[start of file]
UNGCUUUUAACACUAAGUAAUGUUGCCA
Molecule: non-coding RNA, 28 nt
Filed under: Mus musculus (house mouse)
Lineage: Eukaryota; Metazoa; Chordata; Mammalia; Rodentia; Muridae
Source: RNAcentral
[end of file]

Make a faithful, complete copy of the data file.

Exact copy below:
UNGCUUUUAACACUAAGUAAUGUUGCCA
Molecule: non-coding RNA, 28 nt
Filed under: Mus musculus (house mouse)
Lineage: Eukaryota; Metazoa; Chordata; Mammalia; Rodentia; Muridae
Source: RNAcentral